Selecting the right product for your application is important, but getting too wrapped up in the fabric composition, coating, stretch co-efficients, hydro-static properties, weight etc. Jargon which may take longer to figure out than the actual life span of the product may not be the best time spent. We have no doubt that there is as much info on the net as you have time to research, and for the vast majority of our subscribers / guests / campers we summarise the key points below;
Cotton Canvas – the original fabric used for tents and this dates back literally hundreds of years. Cotton canvas is 100% cotton and as such creates a wonderful ‘out of Africa’ feel, it is warm in winter and cool in summer, it breathes beautifully eliminating condensation, and it is generally used for sturdy tents. But, there are some really significant disadvantages; it is expensive, it is heavy, really hard to clean, but most importantly it will rot and not before too long either. Cotton, being a natural fabric is highly susceptible to mildew as a result of a little damp and it is almost impossible to ensure that the tent is 100% dry before packing it away. Cleaning mould or mildew is also difficult and will abrade the fabric.
The long and short of it is that you should side step this option, and if you feel irresistibly drawn to it, we can create a tent based on our Pop-Up Camp safari tents using cotton canvas.
Poly-cotton Canvas – The vast majority of serious campers probably have a poly-cotton canvas tent or two and, as the name suggests, this is a fabric made from a blend of cotton and polyester, which was deemed the ideal combination of the ‘breathability’ of cotton and the durability and strength of polyester. This fabric is generally used for tent-on-frame designs; they are hardy and weather resistant including the fact they will still be standing long after nylon tents have blown away. Of late this fabric has evolved into a teflon-coated, rip-stop polyester fabric without cotton, which to the untrained eye is difficult to distinguish from poly-cotton.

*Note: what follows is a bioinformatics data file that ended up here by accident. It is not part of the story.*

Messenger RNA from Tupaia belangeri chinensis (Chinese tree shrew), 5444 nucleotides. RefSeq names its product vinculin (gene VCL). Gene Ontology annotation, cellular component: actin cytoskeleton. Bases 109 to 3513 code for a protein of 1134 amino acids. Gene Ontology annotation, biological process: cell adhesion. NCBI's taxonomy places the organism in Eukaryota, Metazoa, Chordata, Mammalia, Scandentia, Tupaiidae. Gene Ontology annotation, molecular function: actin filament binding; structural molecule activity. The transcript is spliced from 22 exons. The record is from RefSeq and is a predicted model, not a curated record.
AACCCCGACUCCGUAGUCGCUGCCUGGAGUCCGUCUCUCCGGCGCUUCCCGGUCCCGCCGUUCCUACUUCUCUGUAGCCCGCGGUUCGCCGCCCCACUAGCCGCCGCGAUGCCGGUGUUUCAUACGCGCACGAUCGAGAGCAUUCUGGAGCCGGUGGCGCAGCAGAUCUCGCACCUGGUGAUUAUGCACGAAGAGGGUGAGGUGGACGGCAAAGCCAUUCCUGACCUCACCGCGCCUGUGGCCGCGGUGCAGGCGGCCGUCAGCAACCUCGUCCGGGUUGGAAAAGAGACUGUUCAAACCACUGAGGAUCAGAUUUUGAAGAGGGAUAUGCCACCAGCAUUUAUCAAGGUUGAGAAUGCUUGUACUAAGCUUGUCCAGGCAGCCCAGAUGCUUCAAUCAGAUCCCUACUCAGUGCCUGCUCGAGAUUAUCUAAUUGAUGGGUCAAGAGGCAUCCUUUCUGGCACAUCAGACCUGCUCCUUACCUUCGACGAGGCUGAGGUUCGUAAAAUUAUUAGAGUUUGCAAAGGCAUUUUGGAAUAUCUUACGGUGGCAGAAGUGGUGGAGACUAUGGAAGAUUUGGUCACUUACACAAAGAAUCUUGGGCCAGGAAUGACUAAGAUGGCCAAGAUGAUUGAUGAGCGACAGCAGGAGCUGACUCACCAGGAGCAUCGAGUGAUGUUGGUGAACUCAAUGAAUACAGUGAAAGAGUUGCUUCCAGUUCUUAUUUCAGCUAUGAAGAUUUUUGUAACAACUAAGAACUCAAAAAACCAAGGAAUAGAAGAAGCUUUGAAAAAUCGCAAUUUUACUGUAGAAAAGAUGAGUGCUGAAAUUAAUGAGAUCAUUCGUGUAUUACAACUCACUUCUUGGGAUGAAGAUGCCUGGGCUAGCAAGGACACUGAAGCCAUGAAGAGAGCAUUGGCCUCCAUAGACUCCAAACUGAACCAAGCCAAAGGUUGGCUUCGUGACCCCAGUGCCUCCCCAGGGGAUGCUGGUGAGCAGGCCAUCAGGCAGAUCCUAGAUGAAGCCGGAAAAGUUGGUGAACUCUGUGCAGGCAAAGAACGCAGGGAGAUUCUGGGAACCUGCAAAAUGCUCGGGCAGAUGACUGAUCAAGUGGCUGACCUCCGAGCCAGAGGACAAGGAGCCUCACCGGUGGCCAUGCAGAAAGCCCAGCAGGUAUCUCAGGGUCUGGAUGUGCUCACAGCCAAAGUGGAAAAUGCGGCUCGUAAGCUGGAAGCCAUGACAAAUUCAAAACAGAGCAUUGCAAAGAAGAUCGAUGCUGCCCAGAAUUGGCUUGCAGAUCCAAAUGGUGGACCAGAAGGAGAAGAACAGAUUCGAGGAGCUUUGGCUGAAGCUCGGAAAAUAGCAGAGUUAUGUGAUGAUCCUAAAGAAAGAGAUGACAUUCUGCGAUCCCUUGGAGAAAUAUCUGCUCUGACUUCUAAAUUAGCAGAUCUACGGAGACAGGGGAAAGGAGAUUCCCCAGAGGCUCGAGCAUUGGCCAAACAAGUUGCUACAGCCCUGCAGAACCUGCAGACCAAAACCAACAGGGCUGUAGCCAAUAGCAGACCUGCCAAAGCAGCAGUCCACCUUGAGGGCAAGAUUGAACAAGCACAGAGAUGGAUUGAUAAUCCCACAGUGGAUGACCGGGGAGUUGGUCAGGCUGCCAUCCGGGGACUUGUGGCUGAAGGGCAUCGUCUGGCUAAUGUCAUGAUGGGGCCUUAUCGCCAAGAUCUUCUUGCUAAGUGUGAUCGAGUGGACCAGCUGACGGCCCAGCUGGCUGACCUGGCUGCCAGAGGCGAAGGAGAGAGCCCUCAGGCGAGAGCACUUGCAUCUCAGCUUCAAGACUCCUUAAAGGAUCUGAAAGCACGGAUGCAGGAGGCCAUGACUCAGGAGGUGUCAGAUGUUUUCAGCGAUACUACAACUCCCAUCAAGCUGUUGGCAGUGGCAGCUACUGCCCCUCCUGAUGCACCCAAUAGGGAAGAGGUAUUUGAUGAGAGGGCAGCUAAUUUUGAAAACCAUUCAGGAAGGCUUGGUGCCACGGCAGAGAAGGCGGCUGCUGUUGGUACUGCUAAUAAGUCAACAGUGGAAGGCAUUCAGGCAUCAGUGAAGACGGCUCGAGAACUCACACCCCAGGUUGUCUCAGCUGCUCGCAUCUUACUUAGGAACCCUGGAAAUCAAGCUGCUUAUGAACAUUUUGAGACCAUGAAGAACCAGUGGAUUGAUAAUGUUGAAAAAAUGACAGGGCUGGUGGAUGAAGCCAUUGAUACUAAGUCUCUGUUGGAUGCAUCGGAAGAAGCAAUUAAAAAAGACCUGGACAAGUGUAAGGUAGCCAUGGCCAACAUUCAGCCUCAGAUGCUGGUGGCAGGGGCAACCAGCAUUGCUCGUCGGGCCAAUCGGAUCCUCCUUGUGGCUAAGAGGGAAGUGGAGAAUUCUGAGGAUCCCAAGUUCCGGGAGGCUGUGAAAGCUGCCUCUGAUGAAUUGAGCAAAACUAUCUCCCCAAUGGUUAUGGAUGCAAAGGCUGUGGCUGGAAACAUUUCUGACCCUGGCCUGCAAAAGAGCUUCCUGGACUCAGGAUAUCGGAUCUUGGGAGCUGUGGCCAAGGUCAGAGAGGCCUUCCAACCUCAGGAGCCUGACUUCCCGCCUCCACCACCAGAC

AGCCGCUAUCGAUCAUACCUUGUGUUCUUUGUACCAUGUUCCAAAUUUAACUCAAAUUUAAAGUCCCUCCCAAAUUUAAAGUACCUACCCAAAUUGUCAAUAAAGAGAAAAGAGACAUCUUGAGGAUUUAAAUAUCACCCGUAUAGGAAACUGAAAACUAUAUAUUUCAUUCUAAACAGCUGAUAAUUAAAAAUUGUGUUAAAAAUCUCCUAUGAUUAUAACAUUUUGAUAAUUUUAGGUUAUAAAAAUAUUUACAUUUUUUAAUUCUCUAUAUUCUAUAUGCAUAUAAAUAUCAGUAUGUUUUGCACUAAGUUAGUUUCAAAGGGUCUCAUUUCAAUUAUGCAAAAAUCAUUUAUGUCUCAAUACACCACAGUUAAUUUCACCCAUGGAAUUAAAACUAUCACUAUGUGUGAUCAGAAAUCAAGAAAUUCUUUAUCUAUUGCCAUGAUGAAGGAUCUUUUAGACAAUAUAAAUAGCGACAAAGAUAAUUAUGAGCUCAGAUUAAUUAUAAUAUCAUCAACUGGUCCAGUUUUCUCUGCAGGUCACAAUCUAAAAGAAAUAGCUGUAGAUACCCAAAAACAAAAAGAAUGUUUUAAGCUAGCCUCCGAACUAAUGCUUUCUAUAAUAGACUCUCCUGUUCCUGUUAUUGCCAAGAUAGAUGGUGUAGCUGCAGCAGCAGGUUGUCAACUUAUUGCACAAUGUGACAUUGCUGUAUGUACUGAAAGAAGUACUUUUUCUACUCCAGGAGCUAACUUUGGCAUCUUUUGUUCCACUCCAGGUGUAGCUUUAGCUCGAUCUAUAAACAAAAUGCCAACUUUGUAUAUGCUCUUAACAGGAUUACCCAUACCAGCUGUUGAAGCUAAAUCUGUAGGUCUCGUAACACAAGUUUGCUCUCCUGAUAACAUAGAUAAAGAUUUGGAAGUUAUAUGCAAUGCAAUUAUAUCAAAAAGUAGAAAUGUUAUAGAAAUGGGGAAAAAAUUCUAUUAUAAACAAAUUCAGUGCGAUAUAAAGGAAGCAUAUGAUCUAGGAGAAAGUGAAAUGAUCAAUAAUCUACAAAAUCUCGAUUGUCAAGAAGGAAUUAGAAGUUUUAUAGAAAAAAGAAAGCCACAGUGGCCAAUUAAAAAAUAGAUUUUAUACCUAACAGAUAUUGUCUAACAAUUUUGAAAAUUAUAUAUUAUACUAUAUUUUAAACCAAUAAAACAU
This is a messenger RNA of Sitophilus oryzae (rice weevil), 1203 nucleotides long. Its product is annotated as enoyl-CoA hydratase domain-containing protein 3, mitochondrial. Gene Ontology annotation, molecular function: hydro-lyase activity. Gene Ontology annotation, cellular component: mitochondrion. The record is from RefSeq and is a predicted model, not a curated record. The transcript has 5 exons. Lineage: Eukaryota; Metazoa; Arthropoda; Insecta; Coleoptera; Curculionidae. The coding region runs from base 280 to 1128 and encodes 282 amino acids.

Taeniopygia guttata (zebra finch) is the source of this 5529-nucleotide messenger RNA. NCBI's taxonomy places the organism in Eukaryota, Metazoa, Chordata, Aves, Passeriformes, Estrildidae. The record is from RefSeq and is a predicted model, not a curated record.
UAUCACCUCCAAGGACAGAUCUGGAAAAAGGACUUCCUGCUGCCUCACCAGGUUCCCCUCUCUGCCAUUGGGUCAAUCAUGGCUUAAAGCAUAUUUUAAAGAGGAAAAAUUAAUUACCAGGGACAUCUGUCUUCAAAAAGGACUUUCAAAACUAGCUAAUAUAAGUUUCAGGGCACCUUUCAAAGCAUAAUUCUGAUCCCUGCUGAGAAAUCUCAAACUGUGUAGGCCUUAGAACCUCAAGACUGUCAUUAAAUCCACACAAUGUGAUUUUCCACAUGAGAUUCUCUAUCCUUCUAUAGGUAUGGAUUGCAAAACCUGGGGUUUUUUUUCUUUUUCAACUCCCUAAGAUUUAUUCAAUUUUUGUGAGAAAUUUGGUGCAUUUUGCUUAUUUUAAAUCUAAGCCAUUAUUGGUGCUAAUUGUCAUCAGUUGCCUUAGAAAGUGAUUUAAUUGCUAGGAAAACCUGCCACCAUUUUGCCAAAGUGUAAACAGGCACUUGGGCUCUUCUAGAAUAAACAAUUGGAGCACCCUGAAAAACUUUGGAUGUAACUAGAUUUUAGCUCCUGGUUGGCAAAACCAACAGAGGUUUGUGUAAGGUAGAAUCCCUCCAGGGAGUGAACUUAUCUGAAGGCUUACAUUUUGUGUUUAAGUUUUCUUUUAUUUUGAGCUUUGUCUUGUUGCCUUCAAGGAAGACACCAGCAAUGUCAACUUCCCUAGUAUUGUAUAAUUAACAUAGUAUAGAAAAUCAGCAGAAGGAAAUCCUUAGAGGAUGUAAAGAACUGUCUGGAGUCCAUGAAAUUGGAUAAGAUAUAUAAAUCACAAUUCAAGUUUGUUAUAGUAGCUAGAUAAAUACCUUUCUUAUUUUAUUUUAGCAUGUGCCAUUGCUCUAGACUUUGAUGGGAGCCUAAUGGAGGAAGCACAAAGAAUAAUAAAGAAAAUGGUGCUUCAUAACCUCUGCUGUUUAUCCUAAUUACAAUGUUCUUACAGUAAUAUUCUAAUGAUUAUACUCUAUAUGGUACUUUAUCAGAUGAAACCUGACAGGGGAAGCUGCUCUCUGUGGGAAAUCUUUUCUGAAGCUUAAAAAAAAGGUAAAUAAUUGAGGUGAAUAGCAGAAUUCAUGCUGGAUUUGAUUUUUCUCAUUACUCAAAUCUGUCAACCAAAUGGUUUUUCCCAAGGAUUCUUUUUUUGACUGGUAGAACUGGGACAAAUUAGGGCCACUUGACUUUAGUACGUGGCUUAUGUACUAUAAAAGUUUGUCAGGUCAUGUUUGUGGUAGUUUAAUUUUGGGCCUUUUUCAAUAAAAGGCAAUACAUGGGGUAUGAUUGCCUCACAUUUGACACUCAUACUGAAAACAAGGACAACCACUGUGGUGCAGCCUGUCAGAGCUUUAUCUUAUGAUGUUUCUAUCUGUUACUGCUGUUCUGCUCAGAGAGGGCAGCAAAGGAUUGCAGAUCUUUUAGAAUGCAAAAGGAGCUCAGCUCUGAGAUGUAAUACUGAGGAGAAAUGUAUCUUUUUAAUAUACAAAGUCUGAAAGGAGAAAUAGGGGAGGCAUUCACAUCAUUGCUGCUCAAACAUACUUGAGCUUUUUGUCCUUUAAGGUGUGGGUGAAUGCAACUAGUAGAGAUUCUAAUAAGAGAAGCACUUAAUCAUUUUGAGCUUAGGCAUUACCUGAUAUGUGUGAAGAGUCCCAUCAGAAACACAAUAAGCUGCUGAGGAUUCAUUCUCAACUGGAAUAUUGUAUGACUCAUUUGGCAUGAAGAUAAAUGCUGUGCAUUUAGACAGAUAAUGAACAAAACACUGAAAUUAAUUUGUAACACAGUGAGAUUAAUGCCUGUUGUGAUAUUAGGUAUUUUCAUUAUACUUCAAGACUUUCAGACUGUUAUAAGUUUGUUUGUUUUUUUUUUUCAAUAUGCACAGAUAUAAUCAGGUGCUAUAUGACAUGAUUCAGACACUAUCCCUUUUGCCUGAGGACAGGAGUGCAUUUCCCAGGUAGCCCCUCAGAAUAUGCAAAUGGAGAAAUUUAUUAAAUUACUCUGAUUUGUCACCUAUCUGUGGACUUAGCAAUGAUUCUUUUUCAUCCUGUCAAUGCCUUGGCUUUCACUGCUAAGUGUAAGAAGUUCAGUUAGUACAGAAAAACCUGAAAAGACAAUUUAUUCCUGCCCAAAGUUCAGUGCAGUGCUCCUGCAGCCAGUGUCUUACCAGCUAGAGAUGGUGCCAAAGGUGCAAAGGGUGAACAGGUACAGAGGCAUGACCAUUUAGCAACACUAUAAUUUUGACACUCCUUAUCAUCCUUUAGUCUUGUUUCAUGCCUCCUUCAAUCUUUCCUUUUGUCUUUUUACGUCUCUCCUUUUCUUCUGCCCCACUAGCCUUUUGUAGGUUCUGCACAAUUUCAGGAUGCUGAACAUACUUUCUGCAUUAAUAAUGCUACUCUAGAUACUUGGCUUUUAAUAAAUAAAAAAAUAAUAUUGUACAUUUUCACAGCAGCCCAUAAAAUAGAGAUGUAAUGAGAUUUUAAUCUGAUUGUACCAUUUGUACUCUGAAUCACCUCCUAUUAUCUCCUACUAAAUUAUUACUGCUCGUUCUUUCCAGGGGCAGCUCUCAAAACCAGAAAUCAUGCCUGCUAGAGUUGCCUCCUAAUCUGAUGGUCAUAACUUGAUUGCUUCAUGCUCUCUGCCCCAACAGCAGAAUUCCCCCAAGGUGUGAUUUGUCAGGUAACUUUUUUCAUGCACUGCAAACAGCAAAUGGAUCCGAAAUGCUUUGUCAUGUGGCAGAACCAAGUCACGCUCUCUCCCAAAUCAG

Poly-cotton (or polyester) tents are generally larger than the typical nylon ‘pop-up tents’ and are ideal for larger spaces and where you anticipate a bit of inclement weather and where you are likely to be based somewhere for a week or more (these are typically the tents that we use for our crew at our pop-up camps).
Nylon Tents – The most common all-purpose domestic tents in use today are made from nylon, and mostly using carbon frames, some of which are integrated and cannot be detached from the fabric. Nylon has good water resistant qualities, is reasonably cheap, tough, light weight, and is available in a variety of colours. Nylon tents are not great in wind, and will often fold over in a storm, and they don’t breath, so expect much condensation inside the tent in the morning.
Ideal for hikers, kids and novice / casual campers.